A robust transmission system for astronomical images over error-prone links
The James Webb Space Telescope (JWST) is expected to produce a vast number of images that will be valuable for astronomical research and education. To support research activities related to the mission, the National Aeronautical and Space Administration (NASA) has provided funds to establish the Structures Pointing and Control Engineering (SPACE) Laboratory at California State University, Los Angeles (CSULA). One of the SPACE Laboratory's research activities involves designing an efficient image transmission system that is optimized for astronomical images. Due to the great optical range, sensitivity, and volume of images that the JWST will generate, as well as the scientific community's marked interest in studying these images, such a system is essential in enabling productive Origins-related investigations throughout the world. (NASA's Origins program addresses fundamental questions about the origin and evolution of the universe.) By balancing the constraints of network bandwidth, time delay, and image quality, and by capitalizing on the properties of astronomical images, a novel image transmission system would allow audiences, including scholars, educators, and the general public, to maximize their respective efforts in studying the images.
Many research programs exist for improving the quality of transmitted images. However, the unique characteristics of astronomical images impose great challenges. Due to the noiselike nature of many astronomical images, the error control mechanism that works for general images and video does not yield desirable results. Based on a thorough investigation of different types of astronomical images, zerotree-based wavelet compression is selected to reduce the data size, and content-based error correction is used to maximize the quality of received images in error-prone networks.
The proposed robust transmission system consists of three major components: a smart image sending module, a robust transmission module, and an image receiving and display module. The sending module performs wavelet-based image compression and robust packetization. The transmission module conducts cross-layer optimization to maximize the quality of the received image over lossy channels. The receiver performs loss detection, feeds back channel statistics, repairs the received image with error concealment, and displays the image in a real-time fashion.
The core of the proposed system is content-based retransmission, which ensures that the most important packets are received. To quantify the significance of an astronomical image packet, a novel metric (index) is defined for each packet by jointly considering its information weight, the characteristics of its image content (content index), and its impact in the error concealment step (concealment profit). During transmission, the sender first estimates the channel packet loss rate based on transmission statistics, and calculates the content index and concealment profit for each input packet. Based on the sign of the concealment profit, the smart streaming system determines whether error concealment is suitable for the input image, and chooses the most appropriate error control mechanism. Additionally, using an importance metric, the sender selects the optimal transmission policy to maximize the quality of the received image under the selected error control mechanism and network constraints.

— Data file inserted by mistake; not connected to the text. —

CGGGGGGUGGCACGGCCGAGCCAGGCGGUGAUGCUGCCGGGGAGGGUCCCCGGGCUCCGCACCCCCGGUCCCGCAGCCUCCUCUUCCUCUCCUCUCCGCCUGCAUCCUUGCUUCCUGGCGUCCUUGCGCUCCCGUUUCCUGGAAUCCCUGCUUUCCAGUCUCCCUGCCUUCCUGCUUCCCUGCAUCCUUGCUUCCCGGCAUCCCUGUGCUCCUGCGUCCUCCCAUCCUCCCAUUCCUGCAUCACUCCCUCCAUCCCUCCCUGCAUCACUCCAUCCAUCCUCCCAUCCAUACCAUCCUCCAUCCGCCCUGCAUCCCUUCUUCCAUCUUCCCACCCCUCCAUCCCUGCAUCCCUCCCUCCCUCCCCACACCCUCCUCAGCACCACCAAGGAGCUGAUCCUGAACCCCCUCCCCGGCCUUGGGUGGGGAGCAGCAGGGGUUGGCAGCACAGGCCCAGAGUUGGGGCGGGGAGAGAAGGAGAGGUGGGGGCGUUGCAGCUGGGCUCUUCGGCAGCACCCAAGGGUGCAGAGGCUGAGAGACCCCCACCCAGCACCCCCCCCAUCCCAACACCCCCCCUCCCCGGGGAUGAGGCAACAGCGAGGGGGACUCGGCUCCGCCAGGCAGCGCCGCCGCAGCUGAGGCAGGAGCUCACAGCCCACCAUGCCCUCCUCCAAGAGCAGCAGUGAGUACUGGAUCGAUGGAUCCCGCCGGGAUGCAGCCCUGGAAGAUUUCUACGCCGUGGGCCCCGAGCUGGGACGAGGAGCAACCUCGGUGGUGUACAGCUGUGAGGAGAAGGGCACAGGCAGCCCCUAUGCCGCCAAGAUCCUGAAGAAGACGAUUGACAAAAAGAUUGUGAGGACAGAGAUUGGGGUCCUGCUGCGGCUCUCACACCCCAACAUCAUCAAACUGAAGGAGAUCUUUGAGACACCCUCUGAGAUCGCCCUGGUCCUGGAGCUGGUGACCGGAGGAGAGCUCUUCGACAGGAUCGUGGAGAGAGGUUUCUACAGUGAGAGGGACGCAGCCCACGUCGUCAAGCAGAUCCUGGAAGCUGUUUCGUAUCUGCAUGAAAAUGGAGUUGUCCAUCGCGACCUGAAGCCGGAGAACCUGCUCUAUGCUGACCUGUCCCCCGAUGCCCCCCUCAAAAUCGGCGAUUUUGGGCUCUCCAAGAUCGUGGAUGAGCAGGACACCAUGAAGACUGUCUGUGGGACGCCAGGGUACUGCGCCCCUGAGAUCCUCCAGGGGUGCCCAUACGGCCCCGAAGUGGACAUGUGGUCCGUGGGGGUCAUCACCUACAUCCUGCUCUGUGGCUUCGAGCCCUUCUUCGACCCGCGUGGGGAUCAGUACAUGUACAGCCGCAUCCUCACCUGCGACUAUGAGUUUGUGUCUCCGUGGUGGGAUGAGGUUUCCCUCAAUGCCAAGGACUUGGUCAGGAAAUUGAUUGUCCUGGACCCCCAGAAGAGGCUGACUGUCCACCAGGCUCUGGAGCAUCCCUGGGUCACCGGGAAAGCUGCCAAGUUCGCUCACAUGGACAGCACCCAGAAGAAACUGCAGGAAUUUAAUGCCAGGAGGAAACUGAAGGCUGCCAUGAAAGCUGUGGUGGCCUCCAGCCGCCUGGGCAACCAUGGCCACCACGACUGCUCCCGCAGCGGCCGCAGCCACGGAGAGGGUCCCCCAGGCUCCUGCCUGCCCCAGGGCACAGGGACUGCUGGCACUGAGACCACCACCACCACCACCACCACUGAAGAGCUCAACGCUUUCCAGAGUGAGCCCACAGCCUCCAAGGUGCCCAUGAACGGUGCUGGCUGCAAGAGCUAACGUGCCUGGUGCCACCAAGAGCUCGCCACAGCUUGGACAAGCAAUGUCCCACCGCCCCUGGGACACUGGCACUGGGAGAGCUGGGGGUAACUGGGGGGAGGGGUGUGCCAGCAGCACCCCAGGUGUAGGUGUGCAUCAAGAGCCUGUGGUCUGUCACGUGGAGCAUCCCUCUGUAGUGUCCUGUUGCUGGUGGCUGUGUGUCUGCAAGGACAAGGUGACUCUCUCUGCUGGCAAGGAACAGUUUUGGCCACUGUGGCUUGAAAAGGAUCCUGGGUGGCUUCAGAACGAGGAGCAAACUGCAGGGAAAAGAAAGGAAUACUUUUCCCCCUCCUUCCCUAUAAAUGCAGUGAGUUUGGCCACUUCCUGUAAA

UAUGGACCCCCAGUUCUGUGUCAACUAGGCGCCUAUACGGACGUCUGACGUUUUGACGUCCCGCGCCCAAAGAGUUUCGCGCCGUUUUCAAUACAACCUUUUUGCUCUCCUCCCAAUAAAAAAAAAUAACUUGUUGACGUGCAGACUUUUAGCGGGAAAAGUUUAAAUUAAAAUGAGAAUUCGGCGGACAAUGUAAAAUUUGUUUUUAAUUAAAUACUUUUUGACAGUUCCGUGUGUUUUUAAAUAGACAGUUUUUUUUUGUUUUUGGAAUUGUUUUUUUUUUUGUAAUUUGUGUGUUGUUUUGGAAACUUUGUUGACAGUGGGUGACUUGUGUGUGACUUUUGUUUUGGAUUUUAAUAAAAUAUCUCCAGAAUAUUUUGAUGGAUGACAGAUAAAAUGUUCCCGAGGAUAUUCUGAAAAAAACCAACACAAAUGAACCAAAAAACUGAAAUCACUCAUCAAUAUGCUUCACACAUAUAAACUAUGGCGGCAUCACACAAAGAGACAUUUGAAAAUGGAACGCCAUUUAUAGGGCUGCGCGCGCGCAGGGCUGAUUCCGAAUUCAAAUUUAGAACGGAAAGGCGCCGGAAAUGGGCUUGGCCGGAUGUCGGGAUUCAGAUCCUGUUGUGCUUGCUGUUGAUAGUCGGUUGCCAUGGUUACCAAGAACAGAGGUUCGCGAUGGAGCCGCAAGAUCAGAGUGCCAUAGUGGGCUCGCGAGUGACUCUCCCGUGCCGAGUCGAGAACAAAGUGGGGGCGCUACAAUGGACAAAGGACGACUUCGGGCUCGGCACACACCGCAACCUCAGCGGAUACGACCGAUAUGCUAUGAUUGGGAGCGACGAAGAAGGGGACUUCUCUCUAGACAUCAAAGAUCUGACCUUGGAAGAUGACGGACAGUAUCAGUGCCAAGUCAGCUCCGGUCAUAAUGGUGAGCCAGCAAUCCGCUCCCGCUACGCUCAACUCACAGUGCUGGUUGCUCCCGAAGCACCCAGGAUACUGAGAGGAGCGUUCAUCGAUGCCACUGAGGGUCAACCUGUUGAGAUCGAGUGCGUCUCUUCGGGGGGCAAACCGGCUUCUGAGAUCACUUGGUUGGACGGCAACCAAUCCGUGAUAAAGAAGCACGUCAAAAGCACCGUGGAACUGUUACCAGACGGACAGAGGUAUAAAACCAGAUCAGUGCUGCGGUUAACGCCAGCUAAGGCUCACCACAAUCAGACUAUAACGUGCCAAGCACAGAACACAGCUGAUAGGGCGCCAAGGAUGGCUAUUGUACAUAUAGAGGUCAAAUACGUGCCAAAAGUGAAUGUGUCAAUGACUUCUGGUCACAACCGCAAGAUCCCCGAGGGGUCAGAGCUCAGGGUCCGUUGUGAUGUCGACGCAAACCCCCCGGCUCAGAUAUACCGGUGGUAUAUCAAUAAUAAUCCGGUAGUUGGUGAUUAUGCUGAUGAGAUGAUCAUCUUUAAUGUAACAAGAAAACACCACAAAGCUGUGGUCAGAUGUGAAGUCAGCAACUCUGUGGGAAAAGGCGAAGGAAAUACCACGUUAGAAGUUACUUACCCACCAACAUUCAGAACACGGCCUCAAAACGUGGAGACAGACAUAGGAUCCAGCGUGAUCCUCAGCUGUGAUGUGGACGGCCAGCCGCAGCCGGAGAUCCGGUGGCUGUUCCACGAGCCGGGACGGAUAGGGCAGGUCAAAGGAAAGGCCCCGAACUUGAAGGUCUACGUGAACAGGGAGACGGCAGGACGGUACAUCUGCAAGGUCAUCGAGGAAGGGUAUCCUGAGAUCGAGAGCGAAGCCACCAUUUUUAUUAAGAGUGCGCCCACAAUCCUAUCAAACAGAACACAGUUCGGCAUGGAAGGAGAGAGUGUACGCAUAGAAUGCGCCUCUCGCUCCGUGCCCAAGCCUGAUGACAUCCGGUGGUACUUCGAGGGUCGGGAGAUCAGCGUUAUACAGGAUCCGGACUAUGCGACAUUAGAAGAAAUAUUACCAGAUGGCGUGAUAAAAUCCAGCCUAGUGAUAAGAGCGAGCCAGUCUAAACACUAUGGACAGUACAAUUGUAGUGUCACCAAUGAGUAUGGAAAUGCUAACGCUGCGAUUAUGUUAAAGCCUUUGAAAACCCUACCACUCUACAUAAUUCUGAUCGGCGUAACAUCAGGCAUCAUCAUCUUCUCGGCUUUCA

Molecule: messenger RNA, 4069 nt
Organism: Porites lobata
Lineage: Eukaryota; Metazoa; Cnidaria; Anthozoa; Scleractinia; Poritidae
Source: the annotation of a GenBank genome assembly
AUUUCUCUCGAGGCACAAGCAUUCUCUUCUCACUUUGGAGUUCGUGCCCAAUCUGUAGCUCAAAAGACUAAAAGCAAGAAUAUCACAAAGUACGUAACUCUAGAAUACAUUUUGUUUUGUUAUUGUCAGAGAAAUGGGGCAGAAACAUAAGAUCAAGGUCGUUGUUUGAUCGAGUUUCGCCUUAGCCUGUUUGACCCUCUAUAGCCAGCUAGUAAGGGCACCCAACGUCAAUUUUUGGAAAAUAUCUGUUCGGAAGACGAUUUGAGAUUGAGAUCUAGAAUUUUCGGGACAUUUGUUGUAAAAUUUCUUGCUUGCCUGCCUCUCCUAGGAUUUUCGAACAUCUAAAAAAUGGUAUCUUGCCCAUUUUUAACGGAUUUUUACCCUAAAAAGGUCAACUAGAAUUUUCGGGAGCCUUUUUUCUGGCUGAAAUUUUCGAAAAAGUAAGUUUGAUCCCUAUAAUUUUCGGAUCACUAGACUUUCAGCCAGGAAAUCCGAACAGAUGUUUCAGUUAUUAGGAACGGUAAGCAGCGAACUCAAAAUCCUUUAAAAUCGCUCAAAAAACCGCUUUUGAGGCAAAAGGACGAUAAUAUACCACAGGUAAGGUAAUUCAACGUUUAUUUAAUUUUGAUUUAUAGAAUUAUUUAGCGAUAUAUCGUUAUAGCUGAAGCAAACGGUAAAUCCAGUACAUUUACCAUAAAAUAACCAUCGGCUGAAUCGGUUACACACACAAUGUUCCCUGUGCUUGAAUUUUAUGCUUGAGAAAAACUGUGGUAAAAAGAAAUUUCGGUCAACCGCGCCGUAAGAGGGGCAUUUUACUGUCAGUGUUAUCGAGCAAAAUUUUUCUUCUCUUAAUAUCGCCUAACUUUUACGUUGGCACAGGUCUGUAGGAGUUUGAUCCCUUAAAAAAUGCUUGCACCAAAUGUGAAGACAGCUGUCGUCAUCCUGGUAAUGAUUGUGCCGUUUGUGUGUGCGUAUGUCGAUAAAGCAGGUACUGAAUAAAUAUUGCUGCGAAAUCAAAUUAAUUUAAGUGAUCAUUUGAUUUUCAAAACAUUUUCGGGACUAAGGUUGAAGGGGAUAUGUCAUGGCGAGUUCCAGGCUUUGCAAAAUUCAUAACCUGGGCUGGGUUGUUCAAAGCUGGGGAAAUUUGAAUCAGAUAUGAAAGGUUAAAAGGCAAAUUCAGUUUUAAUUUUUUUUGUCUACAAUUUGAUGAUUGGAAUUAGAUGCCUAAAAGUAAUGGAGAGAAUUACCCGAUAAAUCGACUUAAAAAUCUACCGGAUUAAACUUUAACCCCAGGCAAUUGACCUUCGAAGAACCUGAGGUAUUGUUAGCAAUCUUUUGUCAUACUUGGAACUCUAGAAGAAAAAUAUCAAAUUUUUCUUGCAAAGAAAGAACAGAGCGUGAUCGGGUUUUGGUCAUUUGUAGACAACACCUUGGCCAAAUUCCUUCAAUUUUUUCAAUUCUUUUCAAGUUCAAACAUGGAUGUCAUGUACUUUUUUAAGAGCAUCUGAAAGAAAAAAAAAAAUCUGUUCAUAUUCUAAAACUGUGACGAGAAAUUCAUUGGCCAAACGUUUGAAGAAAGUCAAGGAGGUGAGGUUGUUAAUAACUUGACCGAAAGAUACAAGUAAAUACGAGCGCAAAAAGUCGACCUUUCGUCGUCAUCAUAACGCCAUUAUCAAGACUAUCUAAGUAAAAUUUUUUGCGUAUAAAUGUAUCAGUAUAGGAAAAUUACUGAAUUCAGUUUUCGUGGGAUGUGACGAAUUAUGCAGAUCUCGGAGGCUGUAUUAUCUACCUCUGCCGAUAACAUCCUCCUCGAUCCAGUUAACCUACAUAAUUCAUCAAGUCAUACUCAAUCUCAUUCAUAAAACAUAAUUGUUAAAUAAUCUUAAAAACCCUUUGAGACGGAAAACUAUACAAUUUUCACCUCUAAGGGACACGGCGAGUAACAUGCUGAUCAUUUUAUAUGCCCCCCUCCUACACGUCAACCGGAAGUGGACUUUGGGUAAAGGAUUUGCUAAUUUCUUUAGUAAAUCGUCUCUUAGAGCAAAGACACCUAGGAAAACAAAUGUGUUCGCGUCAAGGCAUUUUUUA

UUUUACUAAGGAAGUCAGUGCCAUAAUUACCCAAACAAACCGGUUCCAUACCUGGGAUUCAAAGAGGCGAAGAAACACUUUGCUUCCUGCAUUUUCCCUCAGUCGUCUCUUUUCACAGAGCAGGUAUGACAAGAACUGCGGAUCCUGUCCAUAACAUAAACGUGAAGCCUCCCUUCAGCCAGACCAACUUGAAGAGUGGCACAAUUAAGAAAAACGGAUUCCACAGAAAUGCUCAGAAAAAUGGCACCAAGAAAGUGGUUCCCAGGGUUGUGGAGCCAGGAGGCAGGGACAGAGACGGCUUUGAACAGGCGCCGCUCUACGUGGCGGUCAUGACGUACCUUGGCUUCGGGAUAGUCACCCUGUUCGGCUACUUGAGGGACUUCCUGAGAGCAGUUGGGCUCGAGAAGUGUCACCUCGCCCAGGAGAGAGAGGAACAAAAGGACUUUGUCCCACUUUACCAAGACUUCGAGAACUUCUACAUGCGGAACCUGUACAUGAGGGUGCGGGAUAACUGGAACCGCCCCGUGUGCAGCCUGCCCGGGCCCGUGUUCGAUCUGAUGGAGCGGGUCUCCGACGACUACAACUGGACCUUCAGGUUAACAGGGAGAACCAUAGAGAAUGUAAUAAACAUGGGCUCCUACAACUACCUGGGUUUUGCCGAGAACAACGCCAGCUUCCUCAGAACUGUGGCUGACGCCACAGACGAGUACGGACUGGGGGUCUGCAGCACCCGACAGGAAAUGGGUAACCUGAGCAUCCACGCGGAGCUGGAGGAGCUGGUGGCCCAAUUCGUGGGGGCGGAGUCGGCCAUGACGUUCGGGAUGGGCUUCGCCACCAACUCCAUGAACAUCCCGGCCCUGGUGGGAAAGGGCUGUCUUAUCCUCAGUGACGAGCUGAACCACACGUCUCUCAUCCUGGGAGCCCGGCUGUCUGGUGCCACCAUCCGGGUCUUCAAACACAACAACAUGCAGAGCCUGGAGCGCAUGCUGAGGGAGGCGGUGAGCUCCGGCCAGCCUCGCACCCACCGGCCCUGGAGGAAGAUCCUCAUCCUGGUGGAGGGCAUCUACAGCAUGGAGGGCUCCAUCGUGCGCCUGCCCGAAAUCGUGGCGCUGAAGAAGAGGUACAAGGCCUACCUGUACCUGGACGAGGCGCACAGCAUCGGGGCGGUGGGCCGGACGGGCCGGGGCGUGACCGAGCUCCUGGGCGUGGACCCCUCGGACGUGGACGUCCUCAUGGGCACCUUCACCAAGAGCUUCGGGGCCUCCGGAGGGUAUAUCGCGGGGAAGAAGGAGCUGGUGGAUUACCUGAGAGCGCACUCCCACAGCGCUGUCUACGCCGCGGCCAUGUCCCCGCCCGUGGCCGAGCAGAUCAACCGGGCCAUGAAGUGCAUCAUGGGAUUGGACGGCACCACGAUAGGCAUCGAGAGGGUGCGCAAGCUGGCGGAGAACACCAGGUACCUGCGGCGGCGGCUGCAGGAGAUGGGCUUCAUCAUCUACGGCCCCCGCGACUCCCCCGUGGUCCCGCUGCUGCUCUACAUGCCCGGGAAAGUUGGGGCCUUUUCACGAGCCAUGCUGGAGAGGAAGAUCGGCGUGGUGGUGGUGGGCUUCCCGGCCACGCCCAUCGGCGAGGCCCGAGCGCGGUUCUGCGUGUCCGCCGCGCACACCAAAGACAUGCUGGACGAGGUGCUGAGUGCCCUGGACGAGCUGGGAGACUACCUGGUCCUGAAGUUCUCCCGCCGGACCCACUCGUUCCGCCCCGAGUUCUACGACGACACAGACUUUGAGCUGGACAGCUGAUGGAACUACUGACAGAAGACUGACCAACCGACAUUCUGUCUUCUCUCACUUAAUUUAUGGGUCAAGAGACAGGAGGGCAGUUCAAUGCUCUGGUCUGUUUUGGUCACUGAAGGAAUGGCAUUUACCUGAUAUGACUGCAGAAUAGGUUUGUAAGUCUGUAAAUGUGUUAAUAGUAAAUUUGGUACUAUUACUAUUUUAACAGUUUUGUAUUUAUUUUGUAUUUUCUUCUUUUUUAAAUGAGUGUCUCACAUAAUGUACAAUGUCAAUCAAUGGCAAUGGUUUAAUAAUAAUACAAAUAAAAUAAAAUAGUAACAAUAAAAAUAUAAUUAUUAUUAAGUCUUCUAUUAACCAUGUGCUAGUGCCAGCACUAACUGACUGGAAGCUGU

The responsibilities of the receiver include loss detection, error concealment, and image reconstruction. As the receiver accepts incoming packets, it extracts the sequence identifier from each packet to reconstruct the data stream. The receiver also uses the sequence identifiers to detect packet loss. It notifies the sender of the packet loss via a feedback channel if the packet can be retransmitted in time. To ensure real-time display, late packets are dropped and error concealment is applied to repair the image quality during reconstruction. Error concealment is a prediction-based error control method using the received contents in the surrounding locale. This technique can be used for some astronomical images when the transform coefficients vary gradually across the transform domain. Error concealment is a desirable error correction approach because it does not require additional bandwidth and consumes negligible computation time.
The proposed transmission system is being implemented with a user-friendly graphical interface, which allows users with various backgrounds to conveniently view, process, and transmit FITS (Flexible Image Transport System) images. Many experiments have been conducted to evaluate the performance of the developed transmission system. Experimental results show that the proposed approach consistently outperforms protocol-based error correction for various types of astronomical images.
This work was supported by NASA under grant URC NCC 4158. Special thanks go to Helen Boussalis, director of the SPACE Laboratory, and all the faculty advisors and students involved in this research.
Paul Thienphrapa was a research assistant in the SPACE Laboratory while he pursued a master's degree in electrical engineering at California State University, Los Angeles. He is now a PhD candidate at Johns Hopkins University.
Jane Dong is an assistant professor in the Department of Electrical and Computer Engineering at California State University, Los Angeles, and a research advisor for the SPACE Laboratory. She received a PhD degree in electrical engineering from Ohio State University, specializing in real-time 3D multimedia communication.